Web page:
With a wide field lens drift alignment is not necessary.  Using the compass and setting your altitude on the mount will be good enough in most cases, although at 180mm you will be limited to 10-20 seconds.  If the Star Adventurer includes a polar scope, greater accuracy and longer imaging times are possible



#4 orlyandico

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Posted 11 March 2015 - 01:04 PM

The Star Adventurer does have a polar scope, and a pretty good one at that. But Singapore's latitude is 1 degree so Polaris is not visible even with averted imagination.

 

I don't know of any way to polar-align the Star Adventurer other than via drift alignment and the Mark 1 Eyeball.

 

http://www.astrosurf.com/re/polar.html

 

If your camera has Live View and can superimpose a crosshair on the live view, you can use the above procedure.


Edited by orlyandico, 11 March 2015 - 01:07 PM.


#5 yewyuee

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Posted 12 March 2015 - 06:25 PM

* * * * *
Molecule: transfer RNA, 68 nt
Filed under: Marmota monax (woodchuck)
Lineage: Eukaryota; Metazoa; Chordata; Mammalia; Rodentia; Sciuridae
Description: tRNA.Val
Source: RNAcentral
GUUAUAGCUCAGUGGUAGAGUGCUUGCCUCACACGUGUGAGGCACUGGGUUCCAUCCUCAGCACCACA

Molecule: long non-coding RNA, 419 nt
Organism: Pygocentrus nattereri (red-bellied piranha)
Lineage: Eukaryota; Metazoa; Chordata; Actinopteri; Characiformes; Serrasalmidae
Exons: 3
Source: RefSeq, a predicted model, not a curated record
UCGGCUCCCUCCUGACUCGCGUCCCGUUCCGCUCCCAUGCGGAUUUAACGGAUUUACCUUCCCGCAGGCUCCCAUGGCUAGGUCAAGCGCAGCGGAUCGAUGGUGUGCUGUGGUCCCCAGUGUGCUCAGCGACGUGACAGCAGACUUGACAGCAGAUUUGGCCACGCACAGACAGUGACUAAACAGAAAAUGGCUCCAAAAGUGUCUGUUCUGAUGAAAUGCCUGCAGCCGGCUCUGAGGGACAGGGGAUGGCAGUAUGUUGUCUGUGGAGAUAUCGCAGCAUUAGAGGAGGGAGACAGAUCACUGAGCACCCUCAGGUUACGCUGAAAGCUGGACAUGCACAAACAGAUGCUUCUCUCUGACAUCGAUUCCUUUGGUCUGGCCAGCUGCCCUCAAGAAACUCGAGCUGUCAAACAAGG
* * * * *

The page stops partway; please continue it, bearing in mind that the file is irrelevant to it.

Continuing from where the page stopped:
Thank you JoLo.  The "bundle" does include a polar scope but is of no use; my country being located so close to the equator.  Though I'll be very encouraged if I could get 10-20sec on my 180mm lens with just a basic alignment.

 

Greetings CharlesW.  Thank you for highlighting the "Beginning Imaging section"; had an enjoyable read through the past two days.  I'll try your method (the compass and the latitude adjustment) once I get hold of the Star Adventurer.

 

Good morning orlyandico.  I'll give some thoughts on how to "improvise a crosshair" on my DSLR's LV.  The "astrosurf link" was a good read.  Thank you.



#6 Raginar

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Posted 13 March 2015 - 08:49 PM

What about the other etchings on the polar scope? I thought they were designed for the Southern Hemisphere?

I have one. The polar scope is great. I would drift align using phd2.

#7 yewyuee

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Posted 14 March 2015 - 05:26 AM

Good morning Chris,